Can I go on record saying that the sequel title prefix “Rise of…” has got to go? Thank you. That said… well, here’s another Transformers movie. Sixteen years after the franchise started with Michael Bay’s big-boom destructo-fest, somehow, we’re still riveted by the notion of machines making that memorable sound while rearranging their parts into anthropomorphic shapes and getting into huge battles that cause massive ruin wherever these things go.
One hopes that after the massively excellent BumbleBee that subsequent Transformers films would follow with the same engaging, personable joie de vivre. To be honest, Transformers: Rise of the Beasts gets about halfway there – maybe even three-quarters of the way. It’s still head and shoulders above even the Michael Bay-helmed series originator and sequels, as it does exactly what it wants to do and gives the audience reasons to cheer, but doesn’t have a whole lot of anything original to say or show.
The human characters are easily identifiable, set-‘em-up-quick, by-the-numbers people who we can easily get behind. One is a post-Gulf War (oh, yeah – this movie takes place in 1994) military veteran who can’t find a job to keep his sickly brother in good health; the other is a lowly research assistant whose superior takes credit for everything she does. Easy and recognizable, there’s not a lot of brainpower needed to get along with the likes of them.
Even though Anthony Ramos and Dominique Fishback are fun to watch, their characters are built for the sole purpose of speeding us along into where the majority of this film’s budget lies: loud demolition scenes between the Autobots and Terrorcons. Oh, and to insert some kind of human element to keep the tether between the audience and the movie. Noah (Ramos) and Elena (Fishback) are likable people caught up in a war against extinction, with very few of the good guys remaining to stave off Armageddon.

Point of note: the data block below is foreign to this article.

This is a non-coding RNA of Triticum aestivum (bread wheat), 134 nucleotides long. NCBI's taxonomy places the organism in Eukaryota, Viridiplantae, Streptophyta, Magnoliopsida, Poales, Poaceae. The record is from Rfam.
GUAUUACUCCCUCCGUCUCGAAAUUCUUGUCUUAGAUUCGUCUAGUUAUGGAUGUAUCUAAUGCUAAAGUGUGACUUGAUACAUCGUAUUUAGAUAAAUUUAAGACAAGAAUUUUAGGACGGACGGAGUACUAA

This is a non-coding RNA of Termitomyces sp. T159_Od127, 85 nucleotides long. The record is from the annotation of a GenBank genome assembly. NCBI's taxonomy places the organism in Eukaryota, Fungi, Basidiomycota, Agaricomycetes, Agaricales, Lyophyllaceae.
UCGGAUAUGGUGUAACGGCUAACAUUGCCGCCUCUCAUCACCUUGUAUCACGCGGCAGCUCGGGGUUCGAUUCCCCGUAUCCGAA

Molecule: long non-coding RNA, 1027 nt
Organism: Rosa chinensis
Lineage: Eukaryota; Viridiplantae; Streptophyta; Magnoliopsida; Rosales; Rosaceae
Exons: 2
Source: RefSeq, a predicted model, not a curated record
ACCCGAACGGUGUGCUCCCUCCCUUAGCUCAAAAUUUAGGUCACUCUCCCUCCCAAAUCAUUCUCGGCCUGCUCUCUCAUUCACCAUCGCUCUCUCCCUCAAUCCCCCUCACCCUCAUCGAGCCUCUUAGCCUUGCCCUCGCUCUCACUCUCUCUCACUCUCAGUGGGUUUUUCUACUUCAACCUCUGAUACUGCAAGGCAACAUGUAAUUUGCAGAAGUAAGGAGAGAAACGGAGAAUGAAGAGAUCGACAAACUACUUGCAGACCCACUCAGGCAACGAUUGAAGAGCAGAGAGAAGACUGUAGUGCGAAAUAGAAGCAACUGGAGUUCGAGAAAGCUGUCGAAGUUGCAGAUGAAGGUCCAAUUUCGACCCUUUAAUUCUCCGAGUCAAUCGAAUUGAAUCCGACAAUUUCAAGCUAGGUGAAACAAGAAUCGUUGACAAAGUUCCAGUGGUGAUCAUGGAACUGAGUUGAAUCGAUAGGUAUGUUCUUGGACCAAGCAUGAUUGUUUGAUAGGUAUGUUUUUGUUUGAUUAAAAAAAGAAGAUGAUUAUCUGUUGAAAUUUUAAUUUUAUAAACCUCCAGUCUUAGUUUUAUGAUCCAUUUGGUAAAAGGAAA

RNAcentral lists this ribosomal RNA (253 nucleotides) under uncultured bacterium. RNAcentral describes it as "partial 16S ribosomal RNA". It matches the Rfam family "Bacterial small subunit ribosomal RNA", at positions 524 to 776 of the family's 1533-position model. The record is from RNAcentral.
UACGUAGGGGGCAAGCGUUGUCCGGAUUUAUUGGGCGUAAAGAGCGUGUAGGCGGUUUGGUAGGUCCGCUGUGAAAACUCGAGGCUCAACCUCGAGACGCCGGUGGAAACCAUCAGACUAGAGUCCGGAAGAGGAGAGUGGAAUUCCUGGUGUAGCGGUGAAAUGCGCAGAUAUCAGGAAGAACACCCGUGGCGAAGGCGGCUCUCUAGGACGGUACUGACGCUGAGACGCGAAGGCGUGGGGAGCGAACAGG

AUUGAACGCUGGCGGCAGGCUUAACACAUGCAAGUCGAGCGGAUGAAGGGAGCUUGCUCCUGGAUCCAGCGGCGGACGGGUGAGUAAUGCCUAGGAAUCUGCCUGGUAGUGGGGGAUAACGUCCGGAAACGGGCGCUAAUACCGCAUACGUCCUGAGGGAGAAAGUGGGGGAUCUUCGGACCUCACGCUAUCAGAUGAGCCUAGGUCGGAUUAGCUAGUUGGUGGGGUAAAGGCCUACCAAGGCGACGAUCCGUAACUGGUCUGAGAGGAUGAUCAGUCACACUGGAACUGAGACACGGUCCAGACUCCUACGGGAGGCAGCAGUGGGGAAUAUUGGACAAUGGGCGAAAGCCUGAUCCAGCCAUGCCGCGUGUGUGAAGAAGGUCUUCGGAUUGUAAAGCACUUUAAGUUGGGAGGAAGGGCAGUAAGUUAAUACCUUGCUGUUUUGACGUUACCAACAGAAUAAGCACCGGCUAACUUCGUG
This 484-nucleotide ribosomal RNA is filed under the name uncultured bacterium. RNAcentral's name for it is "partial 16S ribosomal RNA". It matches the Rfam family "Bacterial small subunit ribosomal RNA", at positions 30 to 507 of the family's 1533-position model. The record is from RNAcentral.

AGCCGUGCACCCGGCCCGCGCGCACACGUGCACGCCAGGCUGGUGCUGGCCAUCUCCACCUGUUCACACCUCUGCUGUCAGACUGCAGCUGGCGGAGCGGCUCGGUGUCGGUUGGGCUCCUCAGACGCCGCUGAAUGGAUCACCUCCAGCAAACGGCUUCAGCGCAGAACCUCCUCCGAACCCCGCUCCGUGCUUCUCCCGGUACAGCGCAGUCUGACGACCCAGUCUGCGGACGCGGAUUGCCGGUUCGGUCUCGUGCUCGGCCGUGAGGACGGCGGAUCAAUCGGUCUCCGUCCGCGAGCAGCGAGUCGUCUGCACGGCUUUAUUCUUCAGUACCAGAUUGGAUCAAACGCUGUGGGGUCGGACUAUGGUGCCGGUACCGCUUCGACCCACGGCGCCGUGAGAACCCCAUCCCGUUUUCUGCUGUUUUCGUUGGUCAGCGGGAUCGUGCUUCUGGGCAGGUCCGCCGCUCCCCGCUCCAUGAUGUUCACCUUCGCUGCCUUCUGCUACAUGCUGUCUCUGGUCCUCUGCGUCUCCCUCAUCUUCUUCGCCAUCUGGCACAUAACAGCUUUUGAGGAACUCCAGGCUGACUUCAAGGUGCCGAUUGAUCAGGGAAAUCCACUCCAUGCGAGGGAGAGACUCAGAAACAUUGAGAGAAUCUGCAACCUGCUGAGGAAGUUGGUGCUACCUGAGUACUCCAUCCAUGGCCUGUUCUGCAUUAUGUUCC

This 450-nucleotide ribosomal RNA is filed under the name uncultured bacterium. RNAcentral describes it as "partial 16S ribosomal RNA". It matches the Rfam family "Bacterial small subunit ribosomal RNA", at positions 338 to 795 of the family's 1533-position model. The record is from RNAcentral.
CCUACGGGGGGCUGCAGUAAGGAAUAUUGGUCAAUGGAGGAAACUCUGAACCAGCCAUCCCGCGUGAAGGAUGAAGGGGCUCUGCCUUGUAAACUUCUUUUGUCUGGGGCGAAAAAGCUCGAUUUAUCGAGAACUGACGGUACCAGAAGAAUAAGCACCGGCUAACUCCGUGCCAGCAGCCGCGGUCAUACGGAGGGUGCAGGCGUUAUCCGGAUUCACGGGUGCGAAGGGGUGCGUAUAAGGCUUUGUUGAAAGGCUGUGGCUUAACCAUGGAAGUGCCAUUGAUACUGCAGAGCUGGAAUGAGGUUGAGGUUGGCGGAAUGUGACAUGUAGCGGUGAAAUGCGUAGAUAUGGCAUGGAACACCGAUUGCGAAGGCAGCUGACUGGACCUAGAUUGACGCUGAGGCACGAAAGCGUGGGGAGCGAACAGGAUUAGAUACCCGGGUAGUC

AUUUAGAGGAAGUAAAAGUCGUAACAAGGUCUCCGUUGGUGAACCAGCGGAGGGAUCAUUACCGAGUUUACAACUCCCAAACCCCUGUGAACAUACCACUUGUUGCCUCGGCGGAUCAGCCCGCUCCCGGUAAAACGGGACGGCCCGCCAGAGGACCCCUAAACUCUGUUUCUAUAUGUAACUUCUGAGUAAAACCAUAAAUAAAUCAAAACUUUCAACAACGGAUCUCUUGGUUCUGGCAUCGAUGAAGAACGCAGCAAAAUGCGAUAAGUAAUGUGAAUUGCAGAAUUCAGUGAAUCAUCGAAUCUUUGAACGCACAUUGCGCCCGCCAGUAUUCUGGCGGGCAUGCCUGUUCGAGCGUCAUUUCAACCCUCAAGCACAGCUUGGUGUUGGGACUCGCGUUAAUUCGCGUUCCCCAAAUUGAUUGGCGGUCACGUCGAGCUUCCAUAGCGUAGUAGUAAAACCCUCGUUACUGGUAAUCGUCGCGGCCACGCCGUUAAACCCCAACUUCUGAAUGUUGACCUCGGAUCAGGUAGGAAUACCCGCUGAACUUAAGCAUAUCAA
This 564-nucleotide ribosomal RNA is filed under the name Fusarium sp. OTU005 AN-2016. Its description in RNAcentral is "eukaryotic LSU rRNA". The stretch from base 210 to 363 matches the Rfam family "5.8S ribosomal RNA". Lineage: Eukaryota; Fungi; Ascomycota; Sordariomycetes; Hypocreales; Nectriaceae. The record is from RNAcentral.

I mean, seriously – that’s all you get for the human side of things: rapidly explained, canned characters fleshed out as best as possible by capable actors. Screenwriters Joby Harold, Darnell Metayer, Josh Peters, Erich Hoeber, and Jon Hoeber don’t give us a lot of time to sit with them before thrusting them into this battle; more time is spent listening to someone talk about the history and possible future of
this movie’s MacGuffin the Transwarp Key, hidden on Earth by the Maximals, whose planet was annihilated by machine god Unicron (Colman Domingo).
The Maximals… picture, if you will, an animal race with Transformer bodies, armor, and weapons. Noble and terrific creatures, they’ve remained hidden until Elena discovers half of the Transwarp Key at the same time Noah – at the encouragement of his new pal, Mirage (Pete Davidson, who’s having the time of his life in this voice role) – tries to steal it. With Elena’s historical knowledge and Noah’s gift with electronics, the Autobots stand a chance at recovering the key and going home to Cybertron, but there’s a slight wrinkle in their plans as the Terrorcons have come to Earth to reclaim the Transwarp Key for Unicron.
Did they think we wouldn’t notice that it sounds… a little like the first movie and the search for the AllSpark? Transformers: Rise of the Beasts grants us a few new human characters to throw into the mix (personally, I’m waiting for all of these timelines to come together, Fast & Furious-style) and some relatively unique new robots to look at, but nothing else. And although rather fun and admittedly awe-inducing, the film’s twist ending kinda heaves its surprise on us, a promise of more… unoriginality.
So why even bother? Honestly, it’s the human element that rises above the film’s want for spectacle. Anthony Ramos and Dominique Fishback are delightful as the fish out of water hurled into events way beyond their ken and pay grade, elevating their scripted characters into enjoyable avatars who guide us through all the huge explosions and battle set pieces. Ultimately, however, they feel like objects director Steven Caple, Jr. has inserted just to keep us locked in for the ride – nothing more.
While still far more enjoyable than the five “Bayformers,” Transformers: Rise of the Beasts is still a step or two below BumbleBee on the scale. It hooks us enough to make us buy in, but we don’t get a lot of return on investment. We probably break even, considering the constant action and how much work Ramos and Fishback do to keep us in the game. Compared to the other films in the Transformers pantheon, I’d still chalk it up in the “win” column, but barely. Caple, Jr. gives us enough to believe in the film, yet doesn’t go the extra length to give us more depth and make it memorable.